[tabi] Re: Blind drivers plot their own course

  • From: "Easy Talk" <easytalk@xxxxxxxxxxxxx>
  • To: <tabi@xxxxxxxxxxxxx>
  • Date: Sat, 8 Aug 2009 09:34:02 -0400

I also think Way Finder also works on the Nokia Series 60 phones. I just got a N82 and the KNFB reader and could have gotten the Way Finder option but since I already have GPS on my Braille Sense I opted out.


Robert

----- Original Message ----- From: "Blackjack" <blackjack2@xxxxxxx>
To: <tabi@xxxxxxxxxxxxx>
Sent: Saturday, August 08, 2009 9:26 AM
Subject: [tabi] Re: Blind drivers plot their own course


Yes, My blackjack has a built in GPS but Wave finder don't work on it. Wave
finder just works on Simmons Phone. Mobile Geo works on Windows base Smart
Phones/PDA/Pocket PC.




Thanks,
Blackjack
blackjack2@xxxxxxx
-----Original Message-----
From: tabi-bounce@xxxxxxxxxxxxx [mailto:tabi-bounce@xxxxxxxxxxxxx] On Behalf
Of Easy Talk
Sent: Saturday, August 08, 2009 9:02 AM
To: tabi@xxxxxxxxxxxxx
Subject: [tabi] Re: Blind drivers plot their own course

Some phones now have built in GPS receivers that can be used with the
Accessible version of way finder.  I think Way Finder is cheaper than some
of the other solutions but I think I heard you have to have a internet
connection and downloading of maps is kind of slow.

Robert

----- Original Message -----
From: "Allison and Chip Orange" <acorange@xxxxxxxxxxx>
To: <tabi@xxxxxxxxxxxxx>
Sent: Friday, August 07, 2009 9:08 PM
Subject: [tabi] Re: Blind drivers plot their own course


Hi Blackjack,

I've ordered one for myself, and so I'll let you know in a week or so.
however, it should be perfectly accessible, as it's just an accessory,
like
a set of headphones. you need a talking navigation system to make use of
it; it's just the GPS receiver.

this particular model is a usb device, so you need one which allows for
external usb gps receivers.  that would be one of the ones based around a
notetaker for certain, maybe others as well.

as I said there are bluetooth versions of these new high-sensitivity
receivers, so they would work with a system running on say a smart phone,
if
that phone has a bluetooth capability.  I believe there is a talking
navigational system for smart phones, I think from Sendaro group, and I
think it's mobile Geo.  you'll have to do your homework to verify that,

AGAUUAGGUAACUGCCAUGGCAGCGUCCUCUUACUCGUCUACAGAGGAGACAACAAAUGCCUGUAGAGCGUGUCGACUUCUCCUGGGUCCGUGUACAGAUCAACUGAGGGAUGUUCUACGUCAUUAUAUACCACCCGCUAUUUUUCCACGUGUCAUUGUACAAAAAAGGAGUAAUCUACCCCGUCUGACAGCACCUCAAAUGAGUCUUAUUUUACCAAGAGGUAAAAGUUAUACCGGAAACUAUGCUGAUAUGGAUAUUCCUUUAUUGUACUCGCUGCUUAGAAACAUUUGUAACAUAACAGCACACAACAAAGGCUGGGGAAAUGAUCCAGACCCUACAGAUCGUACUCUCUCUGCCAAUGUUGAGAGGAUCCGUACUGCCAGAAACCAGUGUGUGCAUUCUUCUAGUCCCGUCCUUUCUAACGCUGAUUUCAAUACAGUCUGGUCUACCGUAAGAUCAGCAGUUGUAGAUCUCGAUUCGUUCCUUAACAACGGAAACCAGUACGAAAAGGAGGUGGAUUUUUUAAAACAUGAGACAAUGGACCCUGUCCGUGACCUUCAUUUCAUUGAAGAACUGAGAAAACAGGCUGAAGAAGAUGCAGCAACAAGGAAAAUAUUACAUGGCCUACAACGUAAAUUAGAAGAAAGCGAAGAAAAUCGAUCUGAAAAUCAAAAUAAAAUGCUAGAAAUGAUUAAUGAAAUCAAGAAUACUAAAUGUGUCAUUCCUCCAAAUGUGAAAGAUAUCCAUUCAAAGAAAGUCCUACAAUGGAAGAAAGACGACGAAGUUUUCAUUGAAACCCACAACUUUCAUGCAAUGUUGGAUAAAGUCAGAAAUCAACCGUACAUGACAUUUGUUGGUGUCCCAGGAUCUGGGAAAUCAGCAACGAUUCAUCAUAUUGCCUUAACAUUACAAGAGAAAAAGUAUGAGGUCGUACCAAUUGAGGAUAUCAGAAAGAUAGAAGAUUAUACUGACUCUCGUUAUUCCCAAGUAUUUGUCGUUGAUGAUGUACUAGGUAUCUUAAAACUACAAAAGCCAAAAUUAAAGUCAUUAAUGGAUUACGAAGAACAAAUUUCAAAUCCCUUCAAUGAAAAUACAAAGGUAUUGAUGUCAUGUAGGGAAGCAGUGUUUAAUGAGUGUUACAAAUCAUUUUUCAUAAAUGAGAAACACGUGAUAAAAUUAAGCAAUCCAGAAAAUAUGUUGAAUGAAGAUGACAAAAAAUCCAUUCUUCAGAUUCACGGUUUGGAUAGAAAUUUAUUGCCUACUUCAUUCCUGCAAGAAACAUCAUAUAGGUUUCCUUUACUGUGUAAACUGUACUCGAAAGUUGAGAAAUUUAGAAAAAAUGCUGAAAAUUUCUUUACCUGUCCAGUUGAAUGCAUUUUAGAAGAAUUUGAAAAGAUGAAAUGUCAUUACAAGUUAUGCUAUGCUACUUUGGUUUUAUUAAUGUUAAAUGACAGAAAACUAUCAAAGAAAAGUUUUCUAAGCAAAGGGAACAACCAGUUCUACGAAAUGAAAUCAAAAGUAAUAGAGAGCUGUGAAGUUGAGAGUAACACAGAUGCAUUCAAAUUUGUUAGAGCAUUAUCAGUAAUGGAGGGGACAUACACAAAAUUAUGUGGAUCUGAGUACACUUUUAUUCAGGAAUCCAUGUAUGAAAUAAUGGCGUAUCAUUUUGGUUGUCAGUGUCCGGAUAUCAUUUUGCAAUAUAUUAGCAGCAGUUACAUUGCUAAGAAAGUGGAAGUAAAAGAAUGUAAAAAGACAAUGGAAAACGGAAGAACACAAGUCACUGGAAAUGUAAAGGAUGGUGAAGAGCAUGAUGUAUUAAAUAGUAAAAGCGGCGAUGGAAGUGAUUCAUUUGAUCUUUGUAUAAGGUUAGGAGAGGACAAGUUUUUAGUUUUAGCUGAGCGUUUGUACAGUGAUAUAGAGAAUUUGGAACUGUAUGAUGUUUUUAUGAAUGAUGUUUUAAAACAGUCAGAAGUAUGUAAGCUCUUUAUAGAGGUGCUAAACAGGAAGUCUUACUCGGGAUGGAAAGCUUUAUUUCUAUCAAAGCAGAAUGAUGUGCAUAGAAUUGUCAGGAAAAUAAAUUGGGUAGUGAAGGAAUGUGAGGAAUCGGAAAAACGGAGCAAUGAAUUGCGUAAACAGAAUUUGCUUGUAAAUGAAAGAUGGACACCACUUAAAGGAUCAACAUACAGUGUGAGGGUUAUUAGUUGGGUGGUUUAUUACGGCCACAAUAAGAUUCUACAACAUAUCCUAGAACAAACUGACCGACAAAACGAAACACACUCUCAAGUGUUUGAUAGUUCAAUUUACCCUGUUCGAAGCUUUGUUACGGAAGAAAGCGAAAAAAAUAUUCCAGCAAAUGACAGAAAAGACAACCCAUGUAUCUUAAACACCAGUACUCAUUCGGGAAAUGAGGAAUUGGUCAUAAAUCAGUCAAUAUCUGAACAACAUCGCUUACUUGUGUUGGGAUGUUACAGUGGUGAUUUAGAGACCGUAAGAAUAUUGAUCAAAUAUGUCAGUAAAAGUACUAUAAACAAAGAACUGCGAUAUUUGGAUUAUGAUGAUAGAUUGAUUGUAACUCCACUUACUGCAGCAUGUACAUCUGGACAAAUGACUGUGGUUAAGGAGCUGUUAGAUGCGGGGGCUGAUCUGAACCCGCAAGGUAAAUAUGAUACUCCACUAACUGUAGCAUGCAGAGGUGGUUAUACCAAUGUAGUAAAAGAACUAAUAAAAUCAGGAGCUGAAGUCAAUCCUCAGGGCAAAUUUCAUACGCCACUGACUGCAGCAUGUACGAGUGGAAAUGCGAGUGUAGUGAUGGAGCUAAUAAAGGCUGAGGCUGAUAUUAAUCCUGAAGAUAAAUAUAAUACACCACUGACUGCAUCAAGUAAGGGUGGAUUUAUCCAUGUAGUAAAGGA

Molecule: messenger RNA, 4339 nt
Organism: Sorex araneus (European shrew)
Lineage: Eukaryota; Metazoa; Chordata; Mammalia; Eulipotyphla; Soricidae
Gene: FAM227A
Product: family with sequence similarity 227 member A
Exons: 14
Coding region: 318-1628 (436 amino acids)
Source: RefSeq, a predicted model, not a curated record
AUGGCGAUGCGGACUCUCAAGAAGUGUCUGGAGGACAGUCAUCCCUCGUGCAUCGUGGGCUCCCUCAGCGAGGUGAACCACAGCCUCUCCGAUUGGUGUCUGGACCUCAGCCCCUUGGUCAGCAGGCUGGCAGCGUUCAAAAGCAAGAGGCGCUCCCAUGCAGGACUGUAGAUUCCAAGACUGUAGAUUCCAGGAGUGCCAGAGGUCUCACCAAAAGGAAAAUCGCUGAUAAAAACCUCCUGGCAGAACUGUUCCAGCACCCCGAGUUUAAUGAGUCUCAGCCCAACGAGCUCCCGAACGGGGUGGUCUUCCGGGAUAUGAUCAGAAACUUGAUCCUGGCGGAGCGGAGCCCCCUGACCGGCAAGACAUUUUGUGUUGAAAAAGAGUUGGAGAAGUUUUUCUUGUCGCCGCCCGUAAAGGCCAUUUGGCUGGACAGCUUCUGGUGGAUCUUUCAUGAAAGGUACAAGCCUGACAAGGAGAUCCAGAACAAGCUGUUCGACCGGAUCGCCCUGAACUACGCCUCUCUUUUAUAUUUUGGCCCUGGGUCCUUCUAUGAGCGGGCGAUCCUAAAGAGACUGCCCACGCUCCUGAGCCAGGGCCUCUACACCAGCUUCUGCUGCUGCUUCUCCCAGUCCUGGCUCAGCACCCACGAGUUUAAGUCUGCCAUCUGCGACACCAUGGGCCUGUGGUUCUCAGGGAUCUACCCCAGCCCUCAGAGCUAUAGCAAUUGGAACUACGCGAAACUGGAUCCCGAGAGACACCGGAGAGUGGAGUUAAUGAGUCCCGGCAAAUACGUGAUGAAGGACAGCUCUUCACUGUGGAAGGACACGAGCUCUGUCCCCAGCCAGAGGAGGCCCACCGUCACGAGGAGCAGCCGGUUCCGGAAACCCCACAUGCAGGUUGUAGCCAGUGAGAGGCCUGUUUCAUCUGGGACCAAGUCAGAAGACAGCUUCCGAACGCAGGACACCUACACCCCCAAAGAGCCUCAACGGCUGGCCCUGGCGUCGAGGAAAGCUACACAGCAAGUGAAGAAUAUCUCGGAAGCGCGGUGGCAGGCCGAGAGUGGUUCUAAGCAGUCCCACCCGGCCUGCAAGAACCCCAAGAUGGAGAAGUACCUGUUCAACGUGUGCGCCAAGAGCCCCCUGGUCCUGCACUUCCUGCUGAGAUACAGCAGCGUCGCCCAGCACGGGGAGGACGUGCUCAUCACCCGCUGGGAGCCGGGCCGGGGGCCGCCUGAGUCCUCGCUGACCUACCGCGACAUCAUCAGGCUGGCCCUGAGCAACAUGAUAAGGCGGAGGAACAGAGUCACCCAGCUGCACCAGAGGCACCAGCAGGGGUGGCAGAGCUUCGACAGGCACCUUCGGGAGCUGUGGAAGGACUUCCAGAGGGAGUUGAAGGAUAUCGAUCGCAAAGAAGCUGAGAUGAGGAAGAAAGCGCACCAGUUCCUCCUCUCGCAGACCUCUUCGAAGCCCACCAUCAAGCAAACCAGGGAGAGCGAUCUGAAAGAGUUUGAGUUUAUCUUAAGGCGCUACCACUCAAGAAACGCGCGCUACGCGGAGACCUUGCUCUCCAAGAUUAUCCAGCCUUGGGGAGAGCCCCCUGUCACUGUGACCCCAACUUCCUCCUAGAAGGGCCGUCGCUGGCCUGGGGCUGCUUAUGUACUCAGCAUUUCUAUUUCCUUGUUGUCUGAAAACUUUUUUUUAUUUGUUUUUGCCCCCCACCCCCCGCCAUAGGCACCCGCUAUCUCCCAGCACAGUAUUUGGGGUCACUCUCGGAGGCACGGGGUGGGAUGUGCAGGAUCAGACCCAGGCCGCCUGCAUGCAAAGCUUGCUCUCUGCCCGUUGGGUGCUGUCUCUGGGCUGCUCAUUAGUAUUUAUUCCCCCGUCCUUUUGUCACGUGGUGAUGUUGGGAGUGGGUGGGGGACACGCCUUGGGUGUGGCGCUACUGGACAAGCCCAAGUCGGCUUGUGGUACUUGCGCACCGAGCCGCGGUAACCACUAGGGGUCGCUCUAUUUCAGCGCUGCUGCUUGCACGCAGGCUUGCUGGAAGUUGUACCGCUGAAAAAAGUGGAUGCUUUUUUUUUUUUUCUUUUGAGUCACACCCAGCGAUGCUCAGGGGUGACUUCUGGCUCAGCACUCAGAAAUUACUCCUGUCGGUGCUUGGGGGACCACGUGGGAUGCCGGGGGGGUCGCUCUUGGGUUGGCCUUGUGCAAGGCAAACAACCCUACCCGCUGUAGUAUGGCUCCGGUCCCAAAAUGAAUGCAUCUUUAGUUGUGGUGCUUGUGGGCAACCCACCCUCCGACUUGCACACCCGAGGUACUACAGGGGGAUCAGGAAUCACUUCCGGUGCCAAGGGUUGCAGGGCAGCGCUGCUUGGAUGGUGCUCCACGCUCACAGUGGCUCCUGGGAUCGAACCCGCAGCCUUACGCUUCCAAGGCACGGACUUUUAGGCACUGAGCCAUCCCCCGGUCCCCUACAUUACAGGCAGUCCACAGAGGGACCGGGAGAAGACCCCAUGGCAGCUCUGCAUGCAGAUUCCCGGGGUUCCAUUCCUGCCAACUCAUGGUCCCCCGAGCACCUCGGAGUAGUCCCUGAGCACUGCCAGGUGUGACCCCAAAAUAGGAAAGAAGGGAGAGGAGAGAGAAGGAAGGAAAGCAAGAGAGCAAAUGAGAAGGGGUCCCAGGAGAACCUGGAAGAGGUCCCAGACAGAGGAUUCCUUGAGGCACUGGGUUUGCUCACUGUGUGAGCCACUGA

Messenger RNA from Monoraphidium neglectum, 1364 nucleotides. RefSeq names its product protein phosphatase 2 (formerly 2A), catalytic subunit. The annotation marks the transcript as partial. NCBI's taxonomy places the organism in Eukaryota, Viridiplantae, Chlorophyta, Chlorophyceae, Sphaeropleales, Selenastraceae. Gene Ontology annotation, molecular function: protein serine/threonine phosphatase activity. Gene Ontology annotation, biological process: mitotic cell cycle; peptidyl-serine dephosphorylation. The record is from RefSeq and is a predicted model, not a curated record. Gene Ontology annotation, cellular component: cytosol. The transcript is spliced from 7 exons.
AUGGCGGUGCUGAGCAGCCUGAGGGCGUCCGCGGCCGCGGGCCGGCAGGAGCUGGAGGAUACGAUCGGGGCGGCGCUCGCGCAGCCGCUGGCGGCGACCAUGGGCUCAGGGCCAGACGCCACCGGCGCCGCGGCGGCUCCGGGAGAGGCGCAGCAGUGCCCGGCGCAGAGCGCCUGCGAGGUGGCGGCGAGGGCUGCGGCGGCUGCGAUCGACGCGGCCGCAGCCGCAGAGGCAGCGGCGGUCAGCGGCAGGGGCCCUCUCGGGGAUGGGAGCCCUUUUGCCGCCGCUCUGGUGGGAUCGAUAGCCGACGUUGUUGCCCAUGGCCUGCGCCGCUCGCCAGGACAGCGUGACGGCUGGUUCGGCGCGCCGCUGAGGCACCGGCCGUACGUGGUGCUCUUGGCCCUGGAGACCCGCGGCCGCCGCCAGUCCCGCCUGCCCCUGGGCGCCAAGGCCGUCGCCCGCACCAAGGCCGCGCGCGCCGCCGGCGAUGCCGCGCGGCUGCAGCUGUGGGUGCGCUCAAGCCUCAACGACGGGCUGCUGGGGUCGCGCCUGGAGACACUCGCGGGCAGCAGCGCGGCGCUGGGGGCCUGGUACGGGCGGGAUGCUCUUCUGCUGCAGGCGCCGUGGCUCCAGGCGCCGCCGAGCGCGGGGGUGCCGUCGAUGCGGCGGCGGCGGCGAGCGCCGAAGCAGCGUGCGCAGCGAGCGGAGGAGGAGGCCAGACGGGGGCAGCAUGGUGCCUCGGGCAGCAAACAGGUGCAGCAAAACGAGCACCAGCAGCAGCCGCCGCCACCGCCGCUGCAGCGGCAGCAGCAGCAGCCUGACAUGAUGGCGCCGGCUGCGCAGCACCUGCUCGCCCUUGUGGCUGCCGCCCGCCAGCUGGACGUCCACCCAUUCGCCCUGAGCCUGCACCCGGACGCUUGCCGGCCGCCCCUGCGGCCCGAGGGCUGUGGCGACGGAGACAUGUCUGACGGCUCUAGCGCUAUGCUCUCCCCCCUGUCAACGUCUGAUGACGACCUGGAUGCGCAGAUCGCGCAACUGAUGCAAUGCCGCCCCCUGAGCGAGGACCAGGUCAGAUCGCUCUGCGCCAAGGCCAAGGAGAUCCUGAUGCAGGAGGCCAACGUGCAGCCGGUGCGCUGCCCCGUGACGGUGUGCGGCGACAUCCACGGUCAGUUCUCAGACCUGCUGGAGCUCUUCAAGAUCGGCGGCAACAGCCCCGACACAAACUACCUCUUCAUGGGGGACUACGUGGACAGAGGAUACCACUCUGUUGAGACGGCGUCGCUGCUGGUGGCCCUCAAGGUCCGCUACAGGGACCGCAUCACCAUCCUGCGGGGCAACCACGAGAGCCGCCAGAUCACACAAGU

but
there are several ways you could make use of this next generation
technology
anyway.

hth,

Chip



-----Original Message-----
From: tabi-bounce@xxxxxxxxxxxxx [mailto:tabi-bounce@xxxxxxxxxxxxx] On
Behalf
Of Blackjack
Sent: Friday, August 07, 2009 9:00 PM
To: tabi@xxxxxxxxxxxxx
Subject: [tabi] Re: Blind drivers plot their own course

Ok, is it accessible? If so how accessible?


Thanks,
Blackjack
blackjack2@xxxxxxx
-----Original Message-----
From: tabi-bounce@xxxxxxxxxxxxx [mailto:tabi-bounce@xxxxxxxxxxxxx] On
Behalf
Of Chip Orange
Sent: Friday, August 07, 2009 10:36 AM
To: tabi@xxxxxxxxxxxxx
Subject: [tabi] Re: Blind drivers plot their own course

Hi blackjack,

I agree with your wishlist.

there is an effort on to have all the consumer electronics have an
accessibility option. I'm not sure where that effort is, but I think with
our aging population, it will start to happen.

One small point I wanted to mention to you was the availability of a gps
which usually works indoors.

the core chipset is probably available in many consumer products; they
usually advertise it as "high-sensitivity".  the one I'm familiar with is
the 16 channel EarthMate lt-40, which on sale can be had for as little as
$35.  It's WAAS enabled (something which gives you much more precise
positioning in north america), and it's high-sensitivity, and has a cold
start time of around 30 seconds.  if you have a gps navigating system
which
uses external gps receivers, I'd definitely upgrade to something like
this.

other, less well known companies, seem to offer rechargible bluetooth
versions as well (such as Qstarz).

hth,

Chip






------------------------------

Chip Orange
Database Administrator
Florida Public Service Commission

Chip.Orange@xxxxxxxxxxxxxxx
(850) 413-6314

(Any opinions expressed are solely those of the author and do not
necessarily reflect those of the Florida Public Service Commission.)


-----Original Message-----
From: tabi-bounce@xxxxxxxxxxxxx
[mailto:tabi-bounce@xxxxxxxxxxxxx] On Behalf Of Blackjack
Sent: Wednesday, August 05, 2009 5:04 AM
To: tabi@xxxxxxxxxxxxx
Subject: [tabi] Re: Blind drivers plot their own course

Hi, this is fine and great like to see things like this going on that
might be of benefit to us maybe in the next 25 to 50 years. Which will
be all most to late for me! What I would like to see more of right now
and I personally think would be of much more benefit to us in everyday
life is some of these examples.  Example: All major appliance being
completely accessible, Majority of electronics being completely
accessible or at the least mostly accessible, such as ( TV menus,
Radios, House and cell phones being completely accessible, Satellite
and cable boxes accessible and GPS that is completely accessible at a
reasonable price and they would work in most business buildings). This
all would be a start with stuff that would really help right now! This
is what I would like to see happen in the next say 5 years. Just my
thoughts.




Thanks,
Blackjack
blackjack2@xxxxxxx
-----Original Message-----
From: tabi-bounce@xxxxxxxxxxxxx
[mailto:tabi-bounce@xxxxxxxxxxxxx] On Behalf Of Lynn Evans
Sent: Tuesday, August 04, 2009 8:57 PM
To: tabi@xxxxxxxxxxxxx
Subject: [tabi] Blind drivers plot their own course

Blind Drivers Plot Their Own Course
Va. Tech Prototype Vehicle Lets Visually Impaired Students Take the
Wheel

By Daniel de Vise
Washington Post Staff Writer